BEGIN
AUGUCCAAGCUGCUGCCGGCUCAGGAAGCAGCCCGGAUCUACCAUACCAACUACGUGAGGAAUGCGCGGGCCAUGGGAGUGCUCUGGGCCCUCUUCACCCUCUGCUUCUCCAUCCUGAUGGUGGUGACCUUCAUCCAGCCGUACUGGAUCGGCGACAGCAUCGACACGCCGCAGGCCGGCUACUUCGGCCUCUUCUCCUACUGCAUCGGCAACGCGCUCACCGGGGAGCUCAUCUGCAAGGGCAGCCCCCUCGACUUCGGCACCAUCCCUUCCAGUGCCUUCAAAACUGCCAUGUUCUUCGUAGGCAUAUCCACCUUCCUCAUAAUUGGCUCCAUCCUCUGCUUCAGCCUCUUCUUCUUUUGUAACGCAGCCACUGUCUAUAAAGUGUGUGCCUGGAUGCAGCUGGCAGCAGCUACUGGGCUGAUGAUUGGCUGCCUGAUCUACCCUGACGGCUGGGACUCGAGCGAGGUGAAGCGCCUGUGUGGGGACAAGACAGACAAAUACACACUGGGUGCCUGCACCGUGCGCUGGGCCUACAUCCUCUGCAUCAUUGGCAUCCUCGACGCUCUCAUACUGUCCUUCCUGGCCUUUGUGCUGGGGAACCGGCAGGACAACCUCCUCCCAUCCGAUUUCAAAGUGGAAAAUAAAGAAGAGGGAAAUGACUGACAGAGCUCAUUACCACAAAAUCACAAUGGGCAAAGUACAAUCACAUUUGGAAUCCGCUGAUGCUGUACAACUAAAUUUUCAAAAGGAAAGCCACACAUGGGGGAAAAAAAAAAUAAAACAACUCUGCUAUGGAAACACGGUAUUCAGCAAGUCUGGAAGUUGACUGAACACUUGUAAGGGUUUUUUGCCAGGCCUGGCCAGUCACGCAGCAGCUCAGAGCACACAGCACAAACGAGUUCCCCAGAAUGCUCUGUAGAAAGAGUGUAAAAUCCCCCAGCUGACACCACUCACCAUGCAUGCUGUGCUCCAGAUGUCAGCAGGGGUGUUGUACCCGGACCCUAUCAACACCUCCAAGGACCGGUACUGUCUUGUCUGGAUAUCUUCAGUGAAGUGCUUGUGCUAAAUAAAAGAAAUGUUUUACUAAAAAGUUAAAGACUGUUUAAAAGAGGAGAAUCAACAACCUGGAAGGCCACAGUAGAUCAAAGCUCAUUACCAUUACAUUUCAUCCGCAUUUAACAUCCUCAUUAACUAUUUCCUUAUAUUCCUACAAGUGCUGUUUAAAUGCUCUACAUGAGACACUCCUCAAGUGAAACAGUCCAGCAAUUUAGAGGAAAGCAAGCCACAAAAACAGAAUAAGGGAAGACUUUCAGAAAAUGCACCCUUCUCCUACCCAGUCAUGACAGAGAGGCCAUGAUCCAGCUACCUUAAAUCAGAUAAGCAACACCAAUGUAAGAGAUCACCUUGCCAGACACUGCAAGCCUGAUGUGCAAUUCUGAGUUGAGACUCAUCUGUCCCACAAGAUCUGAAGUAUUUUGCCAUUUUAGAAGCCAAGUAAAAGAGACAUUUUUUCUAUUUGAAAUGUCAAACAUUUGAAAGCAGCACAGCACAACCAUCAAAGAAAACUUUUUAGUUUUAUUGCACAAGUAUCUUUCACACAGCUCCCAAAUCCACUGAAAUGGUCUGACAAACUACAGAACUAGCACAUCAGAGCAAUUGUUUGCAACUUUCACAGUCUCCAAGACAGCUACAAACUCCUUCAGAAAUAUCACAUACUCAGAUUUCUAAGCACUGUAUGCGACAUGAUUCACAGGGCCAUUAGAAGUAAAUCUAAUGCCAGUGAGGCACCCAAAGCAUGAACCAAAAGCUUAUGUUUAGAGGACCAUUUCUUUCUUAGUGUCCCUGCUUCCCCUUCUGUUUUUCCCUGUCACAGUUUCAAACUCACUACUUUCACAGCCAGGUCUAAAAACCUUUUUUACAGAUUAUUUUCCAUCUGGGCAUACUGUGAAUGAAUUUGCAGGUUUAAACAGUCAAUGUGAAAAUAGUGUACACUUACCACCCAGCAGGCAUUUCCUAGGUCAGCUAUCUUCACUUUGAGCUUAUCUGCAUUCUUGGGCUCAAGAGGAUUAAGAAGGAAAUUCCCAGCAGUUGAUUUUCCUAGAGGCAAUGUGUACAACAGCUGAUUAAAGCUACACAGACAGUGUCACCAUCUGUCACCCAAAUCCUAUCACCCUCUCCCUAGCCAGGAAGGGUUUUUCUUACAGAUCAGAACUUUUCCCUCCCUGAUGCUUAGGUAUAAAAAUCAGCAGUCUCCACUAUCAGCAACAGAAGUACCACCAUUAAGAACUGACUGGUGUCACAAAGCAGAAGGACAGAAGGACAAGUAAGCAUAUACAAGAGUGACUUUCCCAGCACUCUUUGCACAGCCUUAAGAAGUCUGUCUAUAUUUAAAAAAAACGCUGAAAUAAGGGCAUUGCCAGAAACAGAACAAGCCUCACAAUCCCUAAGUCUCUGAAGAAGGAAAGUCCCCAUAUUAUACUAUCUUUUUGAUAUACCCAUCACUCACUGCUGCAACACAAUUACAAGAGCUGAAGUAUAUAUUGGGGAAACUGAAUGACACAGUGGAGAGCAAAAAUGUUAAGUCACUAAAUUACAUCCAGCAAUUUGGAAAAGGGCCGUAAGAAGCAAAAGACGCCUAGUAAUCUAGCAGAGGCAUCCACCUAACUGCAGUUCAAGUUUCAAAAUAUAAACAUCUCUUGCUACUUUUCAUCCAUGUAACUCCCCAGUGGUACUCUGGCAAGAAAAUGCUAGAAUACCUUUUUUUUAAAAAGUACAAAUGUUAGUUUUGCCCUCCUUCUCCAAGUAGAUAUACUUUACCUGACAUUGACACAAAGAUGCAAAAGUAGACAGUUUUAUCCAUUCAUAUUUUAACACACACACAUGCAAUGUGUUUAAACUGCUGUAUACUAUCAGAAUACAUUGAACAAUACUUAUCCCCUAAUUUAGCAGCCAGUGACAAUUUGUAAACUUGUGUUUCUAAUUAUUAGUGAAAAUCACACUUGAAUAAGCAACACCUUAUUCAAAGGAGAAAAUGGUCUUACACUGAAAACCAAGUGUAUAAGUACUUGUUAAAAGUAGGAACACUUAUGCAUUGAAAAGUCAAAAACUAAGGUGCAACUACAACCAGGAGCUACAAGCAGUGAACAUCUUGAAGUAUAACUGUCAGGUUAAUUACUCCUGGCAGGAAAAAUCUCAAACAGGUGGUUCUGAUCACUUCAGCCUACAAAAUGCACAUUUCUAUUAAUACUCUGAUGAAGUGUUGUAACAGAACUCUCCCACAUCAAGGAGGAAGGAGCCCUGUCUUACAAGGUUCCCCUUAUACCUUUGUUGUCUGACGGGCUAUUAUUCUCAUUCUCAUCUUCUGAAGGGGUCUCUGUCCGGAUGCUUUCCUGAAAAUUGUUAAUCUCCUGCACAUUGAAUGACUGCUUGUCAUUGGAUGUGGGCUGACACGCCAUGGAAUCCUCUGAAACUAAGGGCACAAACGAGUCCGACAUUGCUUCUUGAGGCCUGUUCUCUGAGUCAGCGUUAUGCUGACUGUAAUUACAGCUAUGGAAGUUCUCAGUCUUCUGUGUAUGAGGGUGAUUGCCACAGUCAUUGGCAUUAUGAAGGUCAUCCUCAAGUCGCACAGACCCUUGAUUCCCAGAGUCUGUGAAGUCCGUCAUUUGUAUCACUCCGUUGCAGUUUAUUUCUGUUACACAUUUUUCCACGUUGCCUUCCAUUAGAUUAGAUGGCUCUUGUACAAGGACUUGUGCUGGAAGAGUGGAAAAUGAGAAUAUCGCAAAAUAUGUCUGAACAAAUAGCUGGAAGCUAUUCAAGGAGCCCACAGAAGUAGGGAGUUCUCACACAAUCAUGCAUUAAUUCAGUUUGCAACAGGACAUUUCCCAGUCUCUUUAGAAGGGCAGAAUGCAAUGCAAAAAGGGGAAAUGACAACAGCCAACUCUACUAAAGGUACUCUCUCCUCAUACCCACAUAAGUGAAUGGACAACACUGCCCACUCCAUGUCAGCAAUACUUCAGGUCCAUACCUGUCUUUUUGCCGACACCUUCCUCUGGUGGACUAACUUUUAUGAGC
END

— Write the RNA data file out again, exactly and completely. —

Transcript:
AUGUCCAAGCUGCUGCCGGCUCAGGAAGCAGCCCGGAUCUACCAUACCAACUACGUGAGGAAUGCGCGGGCCAUGGGAGUGCUCUGGGCCCUCUUCACCCUCUGCUUCUCCAUCCUGAUGGUGGUGACCUUCAUCCAGCCGUACUGGAUCGGCGACAGCAUCGACACGCCGCAGGCCGGCUACUUCGGCCUCUUCUCCUACUGCAUCGGCAACGCGCUCACCGGGGAGCUCAUCUGCAAGGGCAGCCCCCUCGACUUCGGCACCAUCCCUUCCAGUGCCUUCAAAACUGCCAUGUUCUUCGUAGGCAUAUCCACCUUCCUCAUAAUUGGCUCCAUCCUCUGCUUCAGCCUCUUCUUCUUUUGUAACGCAGCCACUGUCUAUAAAGUGUGUGCCUGGAUGCAGCUGGCAGCAGCUACUGGGCUGAUGAUUGGCUGCCUGAUCUACCCUGACGGCUGGGACUCGAGCGAGGUGAAGCGCCUGUGUGGGGACAAGACAGACAAAUACACACUGGGUGCCUGCACCGUGCGCUGGGCCUACAUCCUCUGCAUCAUUGGCAUCCUCGACGCUCUCAUACUGUCCUUCCUGGCCUUUGUGCUGGGGAACCGGCAGGACAACCUCCUCCCAUCCGAUUUCAAAGUGGAAAAUAAAGAAGAGGGAAAUGACUGACAGAGCUCAUUACCACAAAAUCACAAUGGGCAAAGUACAAUCACAUUUGGAAUCCGCUGAUGCUGUACAACUAAAUUUUCAAAAGGAAAGCCACACAUGGGGGAAAAAAAAAAUAAAACAACUCUGCUAUGGAAACACGGUAUUCAGCAAGUCUGGAAGUUGACUGAACACUUGUAAGGGUUUUUUGCCAGGCCUGGCCAGUCACGCAGCAGCUCAGAGCACACAGCACAAACGAGUUCCCCAGAAUGCUCUGUAGAAAGAGUGUAAAAUCCCCCAGCUGACACCACUCACCAUGCAUGCUGUGCUCCAGAUGUCAGCAGGGGUGUUGUACCCGGACCCUAUCAACACCUCCAAGGACCGGUACUGUCUUGUCUGGAUAUCUUCAGUGAAGUGCUUGUGCUAAAUAAAAGAAAUGUUUUACUAAAAAGUUAAAGACUGUUUAAAAGAGGAGAAUCAACAACCUGGAAGGCCACAGUAGAUCAAAGCUCAUUACCAUUACAUUUCAUCCGCAUUUAACAUCCUCAUUAACUAUUUCCUUAUAUUCCUACAAGUGCUGUUUAAAUGCUCUACAUGAGACACUCCUCAAGUGAAACAGUCCAGCAAUUUAGAGGAAAGCAAGCCACAAAAACAGAAUAAGGGAAGACUUUCAGAAAAUGCACCCUUCUCCUACCCAGUCAUGACAGAGAGGCCAUGAUCCAGCUACCUUAAAUCAGAUAAGCAACACCAAUGUAAGAGAUCACCUUGCCAGACACUGCAAGCCUGAUGUGCAAUUCUGAGUUGAGACUCAUCUGUCCCACAAGAUCUGAAGUAUUUUGCCAUUUUAGAAGCCAAGUAAAAGAGACAUUUUUUCUAUUUGAAAUGUCAAACAUUUGAAAGCAGCACAGCACAACCAUCAAAGAAAACUUUUUAGUUUUAUUGCACAAGUAUCUUUCACACAGCUCCCAAAUCCACUGAAAUGGUCUGACAAACUACAGAACUAGCACAUCAGAGCAAUUGUUUGCAACUUUCACAGUCUCCAAGACAGCUACAAACUCCUUCAGAAAUAUCACAUACUCAGAUUUCUAAGCACUGUAUGCGACAUGAUUCACAGGGCCAUUAGAAGUAAAUCUAAUGCCAGUGAGGCACCCAAAGCAUGAACCAAAAGCUUAUGUUUAGAGGACCAUUUCUUUCUUAGUGUCCCUGCUUCCCCUUCUGUUUUUCCCUGUCACAGUUUCAAACUCACUACUUUCACAGCCAGGUCUAAAAACCUUUUUUACAGAUUAUUUUCCAUCUGGGCAUACUGUGAAUGAAUUUGCAGGUUUAAACAGUCAAUGUGAAAAUAGUGUACACUUACCACCCAGCAGGCAUUUCCUAGGUCAGCUAUCUUCACUUUGAGCUUAUCUGCAUUCUUGGGCUCAAGAGGAUUAAGAAGGAAAUUCCCAGCAGUUGAUUUUCCUAGAGGCAAUGUGUACAACAGCUGAUUAAAGCUACACAGACAGUGUCACCAUCUGUCACCCAAAUCCUAUCACCCUCUCCCUAGCCAGGAAGGGUUUUUCUUACAGAUCAGAACUUUUCCCUCCCUGAUGCUUAGGUAUAAAAAUCAGCAGUCUCCACUAUCAGCAACAGAAGUACCACCAUUAAGAACUGACUGGUGUCACAAAGCAGAAGGACAGAAGGACAAGUAAGCAUAUACAAGAGUGACUUUCCCAGCACUCUUUGCACAGCCUUAAGAAGUCUGUCUAUAUUUAAAAAAAACGCUGAAAUAAGGGCAUUGCCAGAAACAGAACAAGCCUCACAAUCCCUAAGUCUCUGAAGAAGGAAAGUCCCCAUAUUAUACUAUCUUUUUGAUAUACCCAUCACUCACUGCUGCAACACAAUUACAAGAGCUGAAGUAUAUAUUGGGGAAACUGAAUGACACAGUGGAGAGCAAAAAUGUUAAGUCACUAAAUUACAUCCAGCAAUUUGGAAAAGGGCCGUAAGAAGCAAAAGACGCCUAGUAAUCUAGCAGAGGCAUCCACCUAACUGCAGUUCAAGUUUCAAAAUAUAAACAUCUCUUGCUACUUUUCAUCCAUGUAACUCCCCAGUGGUACUCUGGCAAGAAAAUGCUAGAAUACCUUUUUUUUAAAAAGUACAAAUGUUAGUUUUGCCCUCCUUCUCCAAGUAGAUAUACUUUACCUGACAUUGACACAAAGAUGCAAAAGUAGACAGUUUUAUCCAUUCAUAUUUUAACACACACACAUGCAAUGUGUUUAAACUGCUGUAUACUAUCAGAAUACAUUGAACAAUACUUAUCCCCUAAUUUAGCAGCCAGUGACAAUUUGUAAACUUGUGUUUCUAAUUAUUAGUGAAAAUCACACUUGAAUAAGCAACACCUUAUUCAAAGGAGAAAAUGGUCUUACACUGAAAACCAAGUGUAUAAGUACUUGUUAAAAGUAGGAACACUUAUGCAUUGAAAAGUCAAAAACUAAGGUGCAACUACAACCAGGAGCUACAAGCAGUGAACAUCUUGAAGUAUAACUGUCAGGUUAAUUACUCCUGGCAGGAAAAAUCUCAAACAGGUGGUUCUGAUCACUUCAGCCUACAAAAUGCACAUUUCUAUUAAUACUCUGAUGAAGUGUUGUAACAGAACUCUCCCACAUCAAGGAGGAAGGAGCCCUGUCUUACAAGGUUCCCCUUAUACCUUUGUUGUCUGACGGGCUAUUAUUCUCAUUCUCAUCUUCUGAAGGGGUCUCUGUCCGGAUGCUUUCCUGAAAAUUGUUAAUCUCCUGCACAUUGAAUGACUGCUUGUCAUUGGAUGUGGGCUGACACGCCAUGGAAUCCUCUGAAACUAAGGGCACAAACGAGUCCGACAUUGCUUCUUGAGGCCUGUUCUCUGAGUCAGCGUUAUGCUGACUGUAAUUACAGCUAUGGAAGUUCUCAGUCUUCUGUGUAUGAGGGUGAUUGCCACAGUCAUUGGCAUUAUGAAGGUCAUCCUCAAGUCGCACAGACCCUUGAUUCCCAGAGUCUGUGAAGUCCGUCAUUUGUAUCACUCCGUUGCAGUUUAUUUCUGUUACACAUUUUUCCACGUUGCCUUCCAUUAGAUUAGAUGGCUCUUGUACAAGGACUUGUGCUGGAAGAGUGGAAAAUGAGAAUAUCGCAAAAUAUGUCUGAACAAAUAGCUGGAAGCUAUUCAAGGAGCCCACAGAAGUAGGGAGUUCUCACACAAUCAUGCAUUAAUUCAGUUUGCAACAGGACAUUUCCCAGUCUCUUUAGAAGGGCAGAAUGCAAUGCAAAAAGGGGAAAUGACAACAGCCAACUCUACUAAAGGUACUCUCUCCUCAUACCCACAUAAGUGAAUGGACAACACUGCCCACUCCAUGUCAGCAAUACUUCAGGUCCAUACCUGUCUUUUUGCCGACACCUUCCUCUGGUGGACUAACUUUUAUGAGC